Over 6,100 Kansans contributed to our 2019 Needs Assessment data collection process. Our methods ranged from collecting personal stories and online insights, to hosting over 100 in-person community conversations with parents, caregivers, business leaders, elected officials, educators, health care providers, and a wide variety of early childhood professionals and champions. In addition to the voices of Kansans from across the state, the Needs Assessment also includes an analysis of 45 existing needs assessment reports and three new surveys on the early childhood care and education workforce, facilities, and Pre-K services.
These central messages are the consistent trends we saw again and again in the needs assessment data:
The experiences of families with young children in Kansas are shaped by where they live, both across the regions of the state and within their communities. Geography impacts the availability and accessibility of ECCE services and supports, creating isolation and barriers difficult to navigate.
Young children are growing up in families where basic needs are not being met. The struggle to meet basic needs such as food, housing, and healthcare prevents families from fully meeting their child’s developmental needs.
Families with young children experience inequitable access to high-quality programs and services across the broader early childhood system.
- Variety of reasons: geography, isolation, awareness, eligibility, fear/stigma, and affordability.
- Examples: Proximity to the location of services; desired services not universally available; lack of awareness until a family emergency or crises necessitates access.
Families with young children experience a gap between the services that are available and their actual needs, especially among underserved populations.
- Gaps exist around basic and parenting skills, childcare, crises services, and health services.
- Example: Childcare for infants, non-traditional hours, and children with special needs.
- Example: Accessible, affordable health, mental health, and dental care.
Families must adopt a “connect the dots” approach to navigate services across sectors; disruptors are frequent and common.
- Continuous engagement in services requires a great amount of problem solving.
- Examples of disruptors: engagement, geography, availability, varied eligibility, language/immigration barriers, age, moves, and family income.
- Example: Transitions gaps occur at multiple levels within the early childhood care and education system, between sectors, and into kindergarten.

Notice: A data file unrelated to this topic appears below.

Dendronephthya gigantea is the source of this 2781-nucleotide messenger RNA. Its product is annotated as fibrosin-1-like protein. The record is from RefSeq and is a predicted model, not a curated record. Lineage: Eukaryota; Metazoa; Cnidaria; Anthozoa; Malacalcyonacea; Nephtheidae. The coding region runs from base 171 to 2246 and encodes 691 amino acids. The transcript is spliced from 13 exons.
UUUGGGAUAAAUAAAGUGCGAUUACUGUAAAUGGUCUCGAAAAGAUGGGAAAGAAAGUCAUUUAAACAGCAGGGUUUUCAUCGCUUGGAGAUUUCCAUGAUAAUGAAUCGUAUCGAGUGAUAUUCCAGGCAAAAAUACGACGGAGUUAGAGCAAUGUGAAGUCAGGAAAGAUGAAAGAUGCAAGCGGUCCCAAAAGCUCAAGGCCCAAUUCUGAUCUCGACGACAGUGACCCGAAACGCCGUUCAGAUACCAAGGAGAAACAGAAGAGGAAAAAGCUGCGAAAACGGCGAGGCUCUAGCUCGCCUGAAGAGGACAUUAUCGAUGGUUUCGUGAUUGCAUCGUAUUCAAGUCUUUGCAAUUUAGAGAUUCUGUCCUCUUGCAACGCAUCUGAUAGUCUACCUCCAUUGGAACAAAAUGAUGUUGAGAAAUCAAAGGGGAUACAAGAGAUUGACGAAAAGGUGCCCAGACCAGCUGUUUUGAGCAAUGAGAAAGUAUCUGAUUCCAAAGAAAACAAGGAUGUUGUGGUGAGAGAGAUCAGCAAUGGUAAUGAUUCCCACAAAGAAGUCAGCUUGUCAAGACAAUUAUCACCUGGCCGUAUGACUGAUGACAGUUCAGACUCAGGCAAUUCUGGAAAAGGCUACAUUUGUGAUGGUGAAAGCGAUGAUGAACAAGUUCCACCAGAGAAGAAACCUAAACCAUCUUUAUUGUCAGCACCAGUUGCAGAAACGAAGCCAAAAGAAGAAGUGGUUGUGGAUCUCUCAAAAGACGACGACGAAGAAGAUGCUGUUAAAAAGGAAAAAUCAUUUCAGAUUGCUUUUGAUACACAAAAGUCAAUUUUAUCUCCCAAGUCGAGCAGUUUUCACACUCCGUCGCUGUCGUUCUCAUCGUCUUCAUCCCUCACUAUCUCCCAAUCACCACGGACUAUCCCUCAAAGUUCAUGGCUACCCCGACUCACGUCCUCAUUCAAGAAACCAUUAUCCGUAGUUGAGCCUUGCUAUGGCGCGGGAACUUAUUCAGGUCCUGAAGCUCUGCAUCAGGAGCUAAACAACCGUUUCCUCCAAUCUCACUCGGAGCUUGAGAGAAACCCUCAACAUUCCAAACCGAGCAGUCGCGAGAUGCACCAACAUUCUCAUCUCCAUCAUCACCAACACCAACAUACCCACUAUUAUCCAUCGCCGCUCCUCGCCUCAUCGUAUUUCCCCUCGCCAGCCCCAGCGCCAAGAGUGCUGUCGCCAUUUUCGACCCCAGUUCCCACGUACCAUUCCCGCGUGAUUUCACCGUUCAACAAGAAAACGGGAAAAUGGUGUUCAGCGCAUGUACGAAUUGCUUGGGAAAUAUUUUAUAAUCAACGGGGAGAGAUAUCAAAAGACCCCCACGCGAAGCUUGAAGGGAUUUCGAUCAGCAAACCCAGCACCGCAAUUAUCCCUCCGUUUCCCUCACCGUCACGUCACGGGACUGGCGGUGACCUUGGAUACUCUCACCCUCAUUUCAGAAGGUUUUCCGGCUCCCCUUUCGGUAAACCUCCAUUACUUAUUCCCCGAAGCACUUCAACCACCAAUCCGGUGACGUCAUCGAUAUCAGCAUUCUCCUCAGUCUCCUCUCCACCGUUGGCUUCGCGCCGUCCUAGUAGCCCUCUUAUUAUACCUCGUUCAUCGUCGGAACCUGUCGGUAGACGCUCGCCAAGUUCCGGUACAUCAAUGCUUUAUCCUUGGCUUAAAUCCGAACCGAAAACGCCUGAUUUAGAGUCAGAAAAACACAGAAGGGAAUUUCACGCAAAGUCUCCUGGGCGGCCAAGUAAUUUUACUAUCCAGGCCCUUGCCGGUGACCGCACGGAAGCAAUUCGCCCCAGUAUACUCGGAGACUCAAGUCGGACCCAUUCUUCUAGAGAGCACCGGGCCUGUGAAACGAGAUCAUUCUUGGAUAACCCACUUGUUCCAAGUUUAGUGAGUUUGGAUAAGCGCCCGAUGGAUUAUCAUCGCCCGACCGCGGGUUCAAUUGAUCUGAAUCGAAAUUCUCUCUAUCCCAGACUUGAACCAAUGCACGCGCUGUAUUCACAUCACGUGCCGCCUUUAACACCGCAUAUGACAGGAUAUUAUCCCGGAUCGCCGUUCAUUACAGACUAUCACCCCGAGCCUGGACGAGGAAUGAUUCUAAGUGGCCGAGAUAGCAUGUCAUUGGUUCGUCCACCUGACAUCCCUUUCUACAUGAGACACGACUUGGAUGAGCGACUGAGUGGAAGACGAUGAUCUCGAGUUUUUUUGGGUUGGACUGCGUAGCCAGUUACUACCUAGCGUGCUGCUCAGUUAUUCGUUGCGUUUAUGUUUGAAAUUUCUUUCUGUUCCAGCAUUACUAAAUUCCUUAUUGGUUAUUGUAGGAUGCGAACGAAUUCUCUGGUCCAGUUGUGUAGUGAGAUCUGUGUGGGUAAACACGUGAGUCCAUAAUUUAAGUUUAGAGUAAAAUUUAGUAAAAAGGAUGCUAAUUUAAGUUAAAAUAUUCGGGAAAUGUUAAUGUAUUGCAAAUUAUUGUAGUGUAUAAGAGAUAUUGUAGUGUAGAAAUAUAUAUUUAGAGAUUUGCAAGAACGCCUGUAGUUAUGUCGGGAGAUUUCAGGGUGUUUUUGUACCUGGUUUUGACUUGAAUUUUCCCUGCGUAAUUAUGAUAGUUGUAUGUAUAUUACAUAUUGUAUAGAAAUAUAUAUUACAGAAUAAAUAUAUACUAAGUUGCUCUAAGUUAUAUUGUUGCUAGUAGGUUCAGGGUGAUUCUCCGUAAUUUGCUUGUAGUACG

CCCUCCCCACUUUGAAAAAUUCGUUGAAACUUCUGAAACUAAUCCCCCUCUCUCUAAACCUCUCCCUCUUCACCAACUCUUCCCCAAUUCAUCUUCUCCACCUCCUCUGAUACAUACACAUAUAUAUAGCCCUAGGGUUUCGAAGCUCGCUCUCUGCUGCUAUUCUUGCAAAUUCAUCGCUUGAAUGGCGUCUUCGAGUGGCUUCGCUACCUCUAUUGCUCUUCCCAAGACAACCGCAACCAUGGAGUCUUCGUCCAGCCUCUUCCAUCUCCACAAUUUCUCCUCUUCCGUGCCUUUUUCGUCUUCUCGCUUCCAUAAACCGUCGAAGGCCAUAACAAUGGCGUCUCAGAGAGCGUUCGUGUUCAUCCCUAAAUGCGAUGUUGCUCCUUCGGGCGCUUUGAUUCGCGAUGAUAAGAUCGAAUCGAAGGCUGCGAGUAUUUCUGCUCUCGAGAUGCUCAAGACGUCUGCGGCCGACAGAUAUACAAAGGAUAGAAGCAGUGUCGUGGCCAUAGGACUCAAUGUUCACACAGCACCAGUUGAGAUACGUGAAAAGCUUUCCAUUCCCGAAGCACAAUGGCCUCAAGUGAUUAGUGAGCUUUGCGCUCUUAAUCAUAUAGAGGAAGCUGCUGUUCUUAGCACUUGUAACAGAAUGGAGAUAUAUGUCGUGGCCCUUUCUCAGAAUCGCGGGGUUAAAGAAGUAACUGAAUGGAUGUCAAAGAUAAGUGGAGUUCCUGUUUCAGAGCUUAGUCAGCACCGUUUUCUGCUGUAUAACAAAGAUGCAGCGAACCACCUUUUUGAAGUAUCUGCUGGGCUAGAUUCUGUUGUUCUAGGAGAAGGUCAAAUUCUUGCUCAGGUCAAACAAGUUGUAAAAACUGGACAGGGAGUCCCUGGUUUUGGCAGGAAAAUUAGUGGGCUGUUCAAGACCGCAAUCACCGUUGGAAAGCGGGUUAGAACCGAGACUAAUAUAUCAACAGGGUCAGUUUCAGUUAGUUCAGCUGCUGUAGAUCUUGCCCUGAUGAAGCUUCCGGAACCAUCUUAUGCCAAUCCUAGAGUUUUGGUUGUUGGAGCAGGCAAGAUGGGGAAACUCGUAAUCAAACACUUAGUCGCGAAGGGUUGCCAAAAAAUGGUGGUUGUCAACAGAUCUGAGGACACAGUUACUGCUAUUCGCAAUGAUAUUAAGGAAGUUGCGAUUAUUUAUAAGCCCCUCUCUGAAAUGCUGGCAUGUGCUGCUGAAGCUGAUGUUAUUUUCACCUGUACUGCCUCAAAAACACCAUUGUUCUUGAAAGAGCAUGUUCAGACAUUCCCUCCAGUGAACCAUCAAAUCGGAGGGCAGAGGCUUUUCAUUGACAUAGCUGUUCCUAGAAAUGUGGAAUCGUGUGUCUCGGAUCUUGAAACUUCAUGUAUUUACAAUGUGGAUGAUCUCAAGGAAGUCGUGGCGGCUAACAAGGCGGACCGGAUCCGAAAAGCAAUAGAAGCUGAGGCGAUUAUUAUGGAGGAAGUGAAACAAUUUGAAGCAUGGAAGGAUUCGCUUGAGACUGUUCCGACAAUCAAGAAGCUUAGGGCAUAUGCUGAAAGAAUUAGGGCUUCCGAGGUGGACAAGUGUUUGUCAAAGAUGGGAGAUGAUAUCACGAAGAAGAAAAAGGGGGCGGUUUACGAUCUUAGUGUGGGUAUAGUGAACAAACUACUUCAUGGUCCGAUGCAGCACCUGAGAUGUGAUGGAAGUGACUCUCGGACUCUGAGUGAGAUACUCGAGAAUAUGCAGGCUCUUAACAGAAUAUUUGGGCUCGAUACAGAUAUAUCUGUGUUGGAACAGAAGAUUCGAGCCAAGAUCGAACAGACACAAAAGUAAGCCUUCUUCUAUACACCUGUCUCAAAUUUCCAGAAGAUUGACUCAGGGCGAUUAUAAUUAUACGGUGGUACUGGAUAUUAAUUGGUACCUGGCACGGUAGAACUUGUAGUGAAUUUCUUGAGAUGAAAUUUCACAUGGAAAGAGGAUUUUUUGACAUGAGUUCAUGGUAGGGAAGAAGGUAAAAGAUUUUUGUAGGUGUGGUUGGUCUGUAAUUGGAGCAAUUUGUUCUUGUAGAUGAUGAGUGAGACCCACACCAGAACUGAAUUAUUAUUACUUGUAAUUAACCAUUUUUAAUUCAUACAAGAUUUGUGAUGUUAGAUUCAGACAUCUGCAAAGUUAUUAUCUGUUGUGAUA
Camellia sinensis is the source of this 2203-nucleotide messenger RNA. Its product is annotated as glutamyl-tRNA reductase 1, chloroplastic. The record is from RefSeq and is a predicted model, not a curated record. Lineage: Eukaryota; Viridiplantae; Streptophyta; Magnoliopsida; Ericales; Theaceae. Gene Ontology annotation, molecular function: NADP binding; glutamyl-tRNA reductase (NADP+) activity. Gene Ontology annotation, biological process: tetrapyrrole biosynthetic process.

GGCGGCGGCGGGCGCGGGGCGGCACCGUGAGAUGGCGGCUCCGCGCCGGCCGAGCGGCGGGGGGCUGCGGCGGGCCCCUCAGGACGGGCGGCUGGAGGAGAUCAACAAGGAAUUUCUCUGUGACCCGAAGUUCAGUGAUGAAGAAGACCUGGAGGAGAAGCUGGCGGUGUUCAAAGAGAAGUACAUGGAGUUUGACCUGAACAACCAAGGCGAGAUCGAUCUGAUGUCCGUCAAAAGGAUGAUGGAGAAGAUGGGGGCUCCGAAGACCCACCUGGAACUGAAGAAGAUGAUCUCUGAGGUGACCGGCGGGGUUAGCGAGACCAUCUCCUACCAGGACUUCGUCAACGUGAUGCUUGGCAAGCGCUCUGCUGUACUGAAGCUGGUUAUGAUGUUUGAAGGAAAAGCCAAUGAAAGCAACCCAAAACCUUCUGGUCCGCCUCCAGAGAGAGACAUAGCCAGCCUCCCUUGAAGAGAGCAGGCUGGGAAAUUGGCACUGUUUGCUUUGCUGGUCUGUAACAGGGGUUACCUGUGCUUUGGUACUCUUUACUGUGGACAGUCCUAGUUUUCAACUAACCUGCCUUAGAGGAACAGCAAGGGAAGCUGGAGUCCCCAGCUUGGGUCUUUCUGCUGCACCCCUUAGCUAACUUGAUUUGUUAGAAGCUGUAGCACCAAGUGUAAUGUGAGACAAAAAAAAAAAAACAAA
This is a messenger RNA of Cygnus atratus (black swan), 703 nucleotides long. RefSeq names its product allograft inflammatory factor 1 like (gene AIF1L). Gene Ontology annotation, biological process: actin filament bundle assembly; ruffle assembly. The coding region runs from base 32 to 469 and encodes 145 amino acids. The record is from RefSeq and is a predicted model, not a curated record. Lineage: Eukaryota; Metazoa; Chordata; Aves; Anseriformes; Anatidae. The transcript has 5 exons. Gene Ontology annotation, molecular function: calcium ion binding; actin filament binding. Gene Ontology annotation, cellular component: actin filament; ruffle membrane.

Collaboration and Integration
Early childhood providers and stakeholders share a desire for collaboration and cooperation but these often remain disconnected and uncoordinated.
- Efforts are single purpose driven rather than comprehensive in nature.
- Example: Need for greater organized coordination to improve accessibility.
- Example: Importance of collaboration across the mixed delivery system, including engaging business partners & civic leaders.
Early childhood workforce needs at leadership and direct service levels include preparation, compensation/financial relief, ongoing training and support, recruitment, and retention.
- More support needed to fully recognize a coordinated and sustainable approach.
- Examples: Diminishing number in the EC workforce; lack of credentials and opportunities to gain credentials; lack of respect and value; professional development primarily driven by regulations and availability.
Needs exist related to the physical conditions and environments of early childhood facilities across the state.
- Efforts around facilities largely driven by regulation and current areas of focus in the field.
- Examples: Limited resources for capital projects; little data exists related to construction and renovation needs; additional learning materials needed as part of quality improvement.
Greater systems alignment is needed in order to fully realize an efficient and robust early childhood care and education infrastructure.
- Primary areas for future systems alignment include regulation and policy, data sharing, funding and resources, and shared governance/system integration.
- Examples: Need for regulation/funding flexibility; regulations have unintended consequences that affect accessibility and availability; desire for family-friendly policies.
Efficient, innovative, responsive efforts are occurring amongst early care and education system partners in communities throughout the state.
- Bright spots exist in all regions that speak to the resilience of families and communities.
- Examples: Community level solutions and approaches; successful models of public-private partnerships.
Funds for this project are provided through the Department of Health and Human Services (HHS), Administration for Children and Families (ACF) Every Student Succeeds Act (ESSA). The Preschool Development Grant Birth through Five 90TP0016-01-00 ($4,482,305) was awarded to the Kansas State Department of Education (KSDE). Click here to view the state’s grant application materials. The Kansas Children’s Cabinet and Trust Fund, the Kansas Department for Children and Families, and the Kansas Department of Health and Environment are leading this work with KSDE. This information or content and conclusions should not be construed as the official position or policy of, nor should any endorsements be inferred by HHS, ACF, or the U.S. Government. Any food or refreshments are not paid for by federal funds.